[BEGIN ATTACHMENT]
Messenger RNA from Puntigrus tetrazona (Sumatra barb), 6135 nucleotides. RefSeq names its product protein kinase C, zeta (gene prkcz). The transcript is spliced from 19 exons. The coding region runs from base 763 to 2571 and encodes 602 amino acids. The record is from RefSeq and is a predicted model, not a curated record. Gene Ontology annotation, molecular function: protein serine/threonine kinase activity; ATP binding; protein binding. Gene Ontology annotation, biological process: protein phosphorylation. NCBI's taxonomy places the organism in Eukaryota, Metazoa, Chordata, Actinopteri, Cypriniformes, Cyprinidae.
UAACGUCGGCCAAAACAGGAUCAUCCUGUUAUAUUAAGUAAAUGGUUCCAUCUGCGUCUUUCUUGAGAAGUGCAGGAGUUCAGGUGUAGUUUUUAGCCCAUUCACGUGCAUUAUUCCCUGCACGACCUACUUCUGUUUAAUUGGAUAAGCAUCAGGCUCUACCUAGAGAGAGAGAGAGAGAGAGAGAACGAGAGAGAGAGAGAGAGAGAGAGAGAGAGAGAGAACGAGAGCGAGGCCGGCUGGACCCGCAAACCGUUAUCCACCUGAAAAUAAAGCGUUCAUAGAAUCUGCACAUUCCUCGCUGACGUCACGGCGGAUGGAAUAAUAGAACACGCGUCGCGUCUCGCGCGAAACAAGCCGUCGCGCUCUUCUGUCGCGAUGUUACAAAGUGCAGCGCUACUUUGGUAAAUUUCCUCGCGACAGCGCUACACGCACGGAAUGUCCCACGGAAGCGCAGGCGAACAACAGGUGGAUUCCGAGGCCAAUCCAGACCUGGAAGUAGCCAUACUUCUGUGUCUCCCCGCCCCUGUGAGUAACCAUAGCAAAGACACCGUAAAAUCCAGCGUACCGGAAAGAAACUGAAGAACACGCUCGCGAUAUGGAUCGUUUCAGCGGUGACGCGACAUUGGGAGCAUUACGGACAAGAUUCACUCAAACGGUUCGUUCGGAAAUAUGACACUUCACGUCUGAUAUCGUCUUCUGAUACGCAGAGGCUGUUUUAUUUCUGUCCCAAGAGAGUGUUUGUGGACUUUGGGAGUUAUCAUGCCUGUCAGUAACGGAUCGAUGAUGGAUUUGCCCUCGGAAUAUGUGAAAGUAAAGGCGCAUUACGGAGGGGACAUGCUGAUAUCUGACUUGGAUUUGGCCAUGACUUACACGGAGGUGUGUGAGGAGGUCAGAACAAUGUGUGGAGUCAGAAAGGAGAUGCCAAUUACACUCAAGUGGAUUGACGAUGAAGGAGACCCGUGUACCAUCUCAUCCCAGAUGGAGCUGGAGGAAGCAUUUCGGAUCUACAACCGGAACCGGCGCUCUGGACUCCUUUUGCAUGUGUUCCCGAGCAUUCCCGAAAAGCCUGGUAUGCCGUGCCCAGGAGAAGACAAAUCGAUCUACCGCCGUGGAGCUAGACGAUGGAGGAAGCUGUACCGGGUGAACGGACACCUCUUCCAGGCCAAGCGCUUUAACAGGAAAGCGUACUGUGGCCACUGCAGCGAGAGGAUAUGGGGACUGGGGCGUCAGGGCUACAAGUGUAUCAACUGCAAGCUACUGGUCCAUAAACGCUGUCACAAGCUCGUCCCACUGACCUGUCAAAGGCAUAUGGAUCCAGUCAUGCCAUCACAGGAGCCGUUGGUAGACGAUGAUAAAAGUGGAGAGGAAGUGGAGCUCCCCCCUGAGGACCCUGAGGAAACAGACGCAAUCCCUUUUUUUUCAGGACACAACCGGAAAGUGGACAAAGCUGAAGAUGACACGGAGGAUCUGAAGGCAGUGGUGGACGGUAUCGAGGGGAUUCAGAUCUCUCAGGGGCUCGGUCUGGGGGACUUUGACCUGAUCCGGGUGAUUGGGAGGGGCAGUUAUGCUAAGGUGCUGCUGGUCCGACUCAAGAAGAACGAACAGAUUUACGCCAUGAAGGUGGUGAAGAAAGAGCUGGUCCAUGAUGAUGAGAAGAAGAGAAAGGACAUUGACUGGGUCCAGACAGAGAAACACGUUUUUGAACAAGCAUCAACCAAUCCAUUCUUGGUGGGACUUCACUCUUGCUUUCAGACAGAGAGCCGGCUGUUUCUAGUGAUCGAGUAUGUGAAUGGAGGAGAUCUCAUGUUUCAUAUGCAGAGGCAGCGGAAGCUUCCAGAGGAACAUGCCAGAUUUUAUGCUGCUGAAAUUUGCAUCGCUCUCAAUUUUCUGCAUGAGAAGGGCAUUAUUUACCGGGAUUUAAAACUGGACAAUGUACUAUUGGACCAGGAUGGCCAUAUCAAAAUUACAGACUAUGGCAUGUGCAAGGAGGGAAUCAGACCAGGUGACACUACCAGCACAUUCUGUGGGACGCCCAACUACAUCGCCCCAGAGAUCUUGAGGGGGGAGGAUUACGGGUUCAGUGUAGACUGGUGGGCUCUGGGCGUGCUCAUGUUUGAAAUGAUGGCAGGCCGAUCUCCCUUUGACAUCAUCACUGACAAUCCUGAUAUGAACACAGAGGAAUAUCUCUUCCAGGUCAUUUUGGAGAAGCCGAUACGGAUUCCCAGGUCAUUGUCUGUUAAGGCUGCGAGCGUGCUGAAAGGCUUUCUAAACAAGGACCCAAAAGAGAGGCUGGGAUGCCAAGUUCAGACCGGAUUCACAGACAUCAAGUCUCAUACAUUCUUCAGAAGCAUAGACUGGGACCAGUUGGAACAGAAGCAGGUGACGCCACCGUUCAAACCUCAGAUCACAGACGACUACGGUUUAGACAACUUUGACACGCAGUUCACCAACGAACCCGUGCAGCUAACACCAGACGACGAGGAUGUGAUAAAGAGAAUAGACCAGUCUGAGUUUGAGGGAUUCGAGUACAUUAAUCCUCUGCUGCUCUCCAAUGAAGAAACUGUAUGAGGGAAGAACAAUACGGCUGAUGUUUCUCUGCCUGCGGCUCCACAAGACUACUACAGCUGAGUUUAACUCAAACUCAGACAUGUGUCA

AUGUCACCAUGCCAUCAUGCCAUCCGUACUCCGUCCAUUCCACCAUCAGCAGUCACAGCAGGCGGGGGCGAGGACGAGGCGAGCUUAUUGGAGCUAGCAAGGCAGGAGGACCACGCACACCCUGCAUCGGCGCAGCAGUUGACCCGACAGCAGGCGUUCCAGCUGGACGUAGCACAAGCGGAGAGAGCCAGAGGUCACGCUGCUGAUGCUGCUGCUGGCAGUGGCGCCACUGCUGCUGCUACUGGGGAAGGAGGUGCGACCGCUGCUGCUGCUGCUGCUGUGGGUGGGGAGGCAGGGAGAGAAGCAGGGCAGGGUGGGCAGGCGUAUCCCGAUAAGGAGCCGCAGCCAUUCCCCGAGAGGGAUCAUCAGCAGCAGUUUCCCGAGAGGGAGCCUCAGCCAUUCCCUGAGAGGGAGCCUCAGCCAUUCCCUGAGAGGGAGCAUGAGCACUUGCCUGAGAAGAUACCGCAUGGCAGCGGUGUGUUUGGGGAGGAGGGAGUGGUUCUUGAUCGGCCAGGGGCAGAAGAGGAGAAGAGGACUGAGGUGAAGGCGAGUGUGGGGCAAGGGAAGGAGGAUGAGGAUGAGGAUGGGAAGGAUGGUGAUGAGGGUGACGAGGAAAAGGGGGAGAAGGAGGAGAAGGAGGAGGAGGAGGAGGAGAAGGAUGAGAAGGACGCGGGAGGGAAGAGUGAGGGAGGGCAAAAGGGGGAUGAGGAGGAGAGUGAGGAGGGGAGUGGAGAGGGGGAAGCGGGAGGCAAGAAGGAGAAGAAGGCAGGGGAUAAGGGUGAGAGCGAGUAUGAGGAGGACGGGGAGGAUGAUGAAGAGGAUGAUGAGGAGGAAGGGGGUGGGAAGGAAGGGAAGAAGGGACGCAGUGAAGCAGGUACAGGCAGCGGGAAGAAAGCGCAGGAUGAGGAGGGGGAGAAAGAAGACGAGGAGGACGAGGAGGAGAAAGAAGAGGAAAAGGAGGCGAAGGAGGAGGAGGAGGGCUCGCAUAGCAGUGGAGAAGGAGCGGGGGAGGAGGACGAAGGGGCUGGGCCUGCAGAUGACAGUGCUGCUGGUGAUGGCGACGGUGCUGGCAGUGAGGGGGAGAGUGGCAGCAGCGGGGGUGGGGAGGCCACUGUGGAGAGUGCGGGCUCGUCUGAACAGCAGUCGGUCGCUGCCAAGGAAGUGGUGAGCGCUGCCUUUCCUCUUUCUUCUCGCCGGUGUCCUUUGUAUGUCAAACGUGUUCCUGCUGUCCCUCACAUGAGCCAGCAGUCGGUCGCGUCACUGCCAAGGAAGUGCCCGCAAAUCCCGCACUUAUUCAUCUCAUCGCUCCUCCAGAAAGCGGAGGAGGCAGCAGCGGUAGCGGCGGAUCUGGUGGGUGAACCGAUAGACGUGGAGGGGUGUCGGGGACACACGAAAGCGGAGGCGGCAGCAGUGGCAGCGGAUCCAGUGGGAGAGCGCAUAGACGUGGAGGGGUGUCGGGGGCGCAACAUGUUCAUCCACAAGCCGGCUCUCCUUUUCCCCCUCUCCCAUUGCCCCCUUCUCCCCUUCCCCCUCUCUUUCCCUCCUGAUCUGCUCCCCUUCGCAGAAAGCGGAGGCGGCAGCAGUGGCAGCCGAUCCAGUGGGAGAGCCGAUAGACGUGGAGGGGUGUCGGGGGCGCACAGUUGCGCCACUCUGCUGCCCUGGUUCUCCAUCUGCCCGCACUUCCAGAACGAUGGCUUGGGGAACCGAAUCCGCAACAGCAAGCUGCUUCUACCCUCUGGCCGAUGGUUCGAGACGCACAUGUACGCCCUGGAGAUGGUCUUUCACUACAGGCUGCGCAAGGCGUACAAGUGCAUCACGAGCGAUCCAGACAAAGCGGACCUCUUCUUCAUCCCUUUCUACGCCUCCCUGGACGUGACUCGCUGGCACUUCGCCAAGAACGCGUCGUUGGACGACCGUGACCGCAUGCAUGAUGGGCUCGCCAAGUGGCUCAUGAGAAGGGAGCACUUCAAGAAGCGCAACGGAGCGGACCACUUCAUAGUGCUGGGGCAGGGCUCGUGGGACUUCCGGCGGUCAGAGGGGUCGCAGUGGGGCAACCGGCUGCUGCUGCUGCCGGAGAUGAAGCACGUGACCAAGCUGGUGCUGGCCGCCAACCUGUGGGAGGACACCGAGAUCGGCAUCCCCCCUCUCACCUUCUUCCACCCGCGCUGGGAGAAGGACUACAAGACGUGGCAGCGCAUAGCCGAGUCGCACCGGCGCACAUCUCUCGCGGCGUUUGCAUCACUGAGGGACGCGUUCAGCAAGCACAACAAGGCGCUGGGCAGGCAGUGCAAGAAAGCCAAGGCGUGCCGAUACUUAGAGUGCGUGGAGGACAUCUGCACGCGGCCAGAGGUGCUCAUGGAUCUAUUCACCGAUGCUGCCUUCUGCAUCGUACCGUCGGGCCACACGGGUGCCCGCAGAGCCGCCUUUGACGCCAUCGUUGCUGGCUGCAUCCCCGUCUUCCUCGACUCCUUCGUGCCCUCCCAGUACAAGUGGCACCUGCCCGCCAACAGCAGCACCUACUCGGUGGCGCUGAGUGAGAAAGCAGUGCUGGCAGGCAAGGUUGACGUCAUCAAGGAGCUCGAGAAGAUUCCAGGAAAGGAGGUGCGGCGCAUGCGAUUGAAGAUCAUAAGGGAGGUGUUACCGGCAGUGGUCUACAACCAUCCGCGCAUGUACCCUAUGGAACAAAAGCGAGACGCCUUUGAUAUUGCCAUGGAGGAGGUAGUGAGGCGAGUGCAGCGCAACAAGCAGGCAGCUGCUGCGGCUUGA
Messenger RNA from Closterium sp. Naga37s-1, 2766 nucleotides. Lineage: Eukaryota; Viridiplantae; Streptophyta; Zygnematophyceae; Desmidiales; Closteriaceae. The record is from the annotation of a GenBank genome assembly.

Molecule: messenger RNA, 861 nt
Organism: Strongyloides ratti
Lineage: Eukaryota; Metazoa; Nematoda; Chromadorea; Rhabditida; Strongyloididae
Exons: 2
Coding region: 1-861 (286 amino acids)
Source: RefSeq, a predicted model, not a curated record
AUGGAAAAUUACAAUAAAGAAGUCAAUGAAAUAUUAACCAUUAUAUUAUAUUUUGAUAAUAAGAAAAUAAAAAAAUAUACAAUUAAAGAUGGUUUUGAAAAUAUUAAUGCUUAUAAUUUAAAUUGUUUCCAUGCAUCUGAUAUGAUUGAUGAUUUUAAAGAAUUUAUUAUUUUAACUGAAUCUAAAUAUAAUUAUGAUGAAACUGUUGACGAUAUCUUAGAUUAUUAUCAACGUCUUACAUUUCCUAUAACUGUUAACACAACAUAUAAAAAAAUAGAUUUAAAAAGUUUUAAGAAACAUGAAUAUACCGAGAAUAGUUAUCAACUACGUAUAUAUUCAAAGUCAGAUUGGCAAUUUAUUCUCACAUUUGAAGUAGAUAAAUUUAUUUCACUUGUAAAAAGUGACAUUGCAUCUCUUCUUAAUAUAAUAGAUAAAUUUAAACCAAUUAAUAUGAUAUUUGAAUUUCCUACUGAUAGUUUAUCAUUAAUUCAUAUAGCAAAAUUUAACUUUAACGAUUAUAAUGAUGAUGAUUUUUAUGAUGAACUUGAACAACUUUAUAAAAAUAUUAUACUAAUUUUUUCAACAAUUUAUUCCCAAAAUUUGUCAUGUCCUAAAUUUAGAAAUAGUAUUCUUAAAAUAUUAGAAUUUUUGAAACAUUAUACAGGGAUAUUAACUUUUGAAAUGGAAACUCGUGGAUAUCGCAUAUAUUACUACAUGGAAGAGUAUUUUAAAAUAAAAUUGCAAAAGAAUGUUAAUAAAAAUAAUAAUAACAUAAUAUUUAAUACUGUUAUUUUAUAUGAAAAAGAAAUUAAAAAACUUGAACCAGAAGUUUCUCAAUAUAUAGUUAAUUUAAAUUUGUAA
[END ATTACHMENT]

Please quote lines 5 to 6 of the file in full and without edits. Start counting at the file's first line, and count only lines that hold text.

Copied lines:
Molecule: messenger RNA, 861 nt
Organism: Strongyloides ratti